News / Africa

More Speculations About Nigerian President's 2011 Ambition

Representative Ita Enang of the ruling PDP says President Jonathan's only concern is to deliver on his promise to bring electricity to Nigerians

Multimedia

Audio
  • Representative Ita Enang of the ruling PDP spoke with Butty

TEXT SIZE - +
James Butty

Speculation about whether Nigerian President Goodluck Jonathan will seek re-election in 2011 continues to grow even as the President’s advisors deny that he has already decided to seek re-election.

A report in one Nigerian newspaper said Sunday that President Jonathan has already received the approval of state governors of the ruling People’s Democratic Party over his ambition to seek re-election.

President Jonathan himself was said to have reportedly announced Sunday on Nigerian national television his intention to seek re-election.

Representative Ita Enang of the ruling PDP representing the southern state of Akwa Ibom in Nigeria’s House of Representatives said President Jonathan’s only concern is to deliver on his promise to bring electricity and other infrastructure.

“I did not hear the president, or any of his aides, or his spokesperson, or the party officers speaking on his behalf, to say that he will run in 2011. All I have heard the president say in all our interaction is that he is going to concentrate on delivering, particularly the challenge Nigeria is having in power sector, collapsed infrastructure, the unemployment, and, of course, the reactivation and revitalization of the refinery,” he said.

Representative Enang said the rumors surrounding whether President Jonathan would seek re-election are being circulated by those who would want to see him fail.

“It is just 10 days after the death of the former president (Yar’Adua). It will be impolitic(al) (unwise) for us to start that. I think this is intended to divert attention from governance to politicking so that it will be said that (Mr.) Jonathan did not do well, or that (President) Jonathan concentrated his attention on politics without delivering on power, delivering on refinery, delivering on electoral reform, delivering on constitutional amendment, delivering on unemployment,” Enang said.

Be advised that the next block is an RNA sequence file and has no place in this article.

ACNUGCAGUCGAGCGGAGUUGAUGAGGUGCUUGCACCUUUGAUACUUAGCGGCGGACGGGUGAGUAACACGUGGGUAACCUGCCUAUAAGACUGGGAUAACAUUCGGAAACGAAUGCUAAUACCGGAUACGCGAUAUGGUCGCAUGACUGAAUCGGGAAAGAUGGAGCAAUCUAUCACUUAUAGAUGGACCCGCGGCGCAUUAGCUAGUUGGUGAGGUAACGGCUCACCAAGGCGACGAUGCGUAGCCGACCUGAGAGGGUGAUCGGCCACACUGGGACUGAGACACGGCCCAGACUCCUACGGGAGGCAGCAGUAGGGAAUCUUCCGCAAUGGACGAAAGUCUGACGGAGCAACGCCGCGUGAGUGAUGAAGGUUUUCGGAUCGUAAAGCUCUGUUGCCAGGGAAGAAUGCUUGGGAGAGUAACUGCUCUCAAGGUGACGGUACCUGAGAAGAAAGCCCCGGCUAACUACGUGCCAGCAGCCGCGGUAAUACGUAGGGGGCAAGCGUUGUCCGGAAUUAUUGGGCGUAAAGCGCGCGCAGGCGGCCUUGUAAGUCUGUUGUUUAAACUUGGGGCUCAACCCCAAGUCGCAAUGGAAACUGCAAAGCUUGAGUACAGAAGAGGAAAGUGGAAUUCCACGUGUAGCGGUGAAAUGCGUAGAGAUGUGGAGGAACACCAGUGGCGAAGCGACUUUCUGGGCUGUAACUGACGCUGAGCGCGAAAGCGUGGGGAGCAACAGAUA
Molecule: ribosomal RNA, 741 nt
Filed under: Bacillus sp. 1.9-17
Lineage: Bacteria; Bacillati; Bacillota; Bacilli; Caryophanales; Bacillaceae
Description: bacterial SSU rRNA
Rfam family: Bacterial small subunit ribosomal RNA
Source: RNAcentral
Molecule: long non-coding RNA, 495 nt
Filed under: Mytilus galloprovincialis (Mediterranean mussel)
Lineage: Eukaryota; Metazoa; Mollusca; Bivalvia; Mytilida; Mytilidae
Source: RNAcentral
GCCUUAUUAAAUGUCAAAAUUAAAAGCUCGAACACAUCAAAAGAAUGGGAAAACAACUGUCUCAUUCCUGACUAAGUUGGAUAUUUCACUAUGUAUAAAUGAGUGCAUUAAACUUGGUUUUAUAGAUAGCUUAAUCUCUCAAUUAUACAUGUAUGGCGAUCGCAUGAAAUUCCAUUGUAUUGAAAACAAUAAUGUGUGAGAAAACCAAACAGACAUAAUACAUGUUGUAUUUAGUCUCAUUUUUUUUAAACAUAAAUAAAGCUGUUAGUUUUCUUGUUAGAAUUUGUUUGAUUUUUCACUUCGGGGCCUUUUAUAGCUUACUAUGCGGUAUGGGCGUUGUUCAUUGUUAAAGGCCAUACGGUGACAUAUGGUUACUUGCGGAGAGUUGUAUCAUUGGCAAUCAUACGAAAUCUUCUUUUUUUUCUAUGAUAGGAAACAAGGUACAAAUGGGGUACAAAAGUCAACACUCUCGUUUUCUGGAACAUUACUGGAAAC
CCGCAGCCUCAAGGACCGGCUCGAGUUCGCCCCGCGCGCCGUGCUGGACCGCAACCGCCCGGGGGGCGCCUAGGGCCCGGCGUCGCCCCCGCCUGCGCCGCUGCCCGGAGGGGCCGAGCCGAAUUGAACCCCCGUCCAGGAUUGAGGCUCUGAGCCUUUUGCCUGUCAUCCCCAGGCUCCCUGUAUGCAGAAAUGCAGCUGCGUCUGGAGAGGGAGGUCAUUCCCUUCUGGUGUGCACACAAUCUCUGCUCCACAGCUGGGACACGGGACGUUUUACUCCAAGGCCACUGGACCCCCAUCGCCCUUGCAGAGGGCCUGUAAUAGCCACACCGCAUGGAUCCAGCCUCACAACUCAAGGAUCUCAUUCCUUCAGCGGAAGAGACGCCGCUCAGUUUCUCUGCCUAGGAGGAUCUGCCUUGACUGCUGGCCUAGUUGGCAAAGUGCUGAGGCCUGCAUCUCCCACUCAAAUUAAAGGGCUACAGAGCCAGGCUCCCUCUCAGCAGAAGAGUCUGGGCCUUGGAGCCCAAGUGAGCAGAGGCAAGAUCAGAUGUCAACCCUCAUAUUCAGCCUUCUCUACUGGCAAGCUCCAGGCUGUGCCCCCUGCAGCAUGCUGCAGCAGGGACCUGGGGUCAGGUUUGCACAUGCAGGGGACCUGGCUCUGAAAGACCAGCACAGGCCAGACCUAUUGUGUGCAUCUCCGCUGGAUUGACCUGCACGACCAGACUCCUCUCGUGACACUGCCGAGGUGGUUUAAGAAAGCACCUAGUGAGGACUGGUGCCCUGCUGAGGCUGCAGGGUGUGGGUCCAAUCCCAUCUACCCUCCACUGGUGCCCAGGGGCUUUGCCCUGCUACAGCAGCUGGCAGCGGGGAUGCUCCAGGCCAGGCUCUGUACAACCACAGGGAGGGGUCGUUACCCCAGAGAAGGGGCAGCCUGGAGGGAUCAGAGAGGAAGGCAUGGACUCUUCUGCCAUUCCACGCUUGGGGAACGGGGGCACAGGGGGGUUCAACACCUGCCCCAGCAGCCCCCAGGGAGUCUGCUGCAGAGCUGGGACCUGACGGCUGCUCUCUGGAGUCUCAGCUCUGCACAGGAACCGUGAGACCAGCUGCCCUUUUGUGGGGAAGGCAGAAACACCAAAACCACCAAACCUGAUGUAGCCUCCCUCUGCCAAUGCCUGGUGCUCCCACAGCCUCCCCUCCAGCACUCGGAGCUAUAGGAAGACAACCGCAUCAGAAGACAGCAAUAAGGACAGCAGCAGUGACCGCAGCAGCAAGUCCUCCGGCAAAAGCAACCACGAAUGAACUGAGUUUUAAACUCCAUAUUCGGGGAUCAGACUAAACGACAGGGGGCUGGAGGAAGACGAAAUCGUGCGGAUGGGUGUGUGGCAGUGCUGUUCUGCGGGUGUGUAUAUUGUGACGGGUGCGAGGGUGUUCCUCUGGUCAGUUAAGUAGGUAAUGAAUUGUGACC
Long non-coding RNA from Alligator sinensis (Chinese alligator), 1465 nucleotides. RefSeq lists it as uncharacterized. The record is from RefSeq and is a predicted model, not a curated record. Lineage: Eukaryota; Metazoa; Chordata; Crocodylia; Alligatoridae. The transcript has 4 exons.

He dismissed suggestions that outgoing ruling PDP chairman Prince Vincent Ogbulafor was forced out because of his alleged objection to President Jonathan seeking re-election.

“The outgoing chairman has only given notice of (his) resignation. He has not resigned. He is saying that because of the challenges he’s having with legal issues that he wants to have time to face the issues and prove his innocence. There is no element of a suspicion that pressure came from any direction for him to resign,” he said.

Enang added that the national chairman of the ruling PDP does not determine the party’s presidential candidate. He said that decision is made at the national convention of the party.

All attempts to get officials of the ruling PDP to confirm or deny whether the president will seek re-election have proven futile.

You May Like

Wikipedia Proves Useful for Tracking Flu

Technique gave better results than Center for Disease Control (CDC) and Google’s Flu Trends More

Turkish Law Gives Spy Agency Controversial Powers

Parliament approves legislation to bolster powers of intelligence service, which government claims is necessary to modernize and deal with new threats Turkey faces More

Video Face of American Farmer Changing

Average American farmer is now 58 years old, and farmers 65 and older are the fastest growing segment of the population More

This forum has been closed.
Comments
     
There are no comments in this forum. Be first and add one

Featured Videos

Your JavaScript is turned off or you have an old version of Adobe's Flash Player. Get the latest Flash player.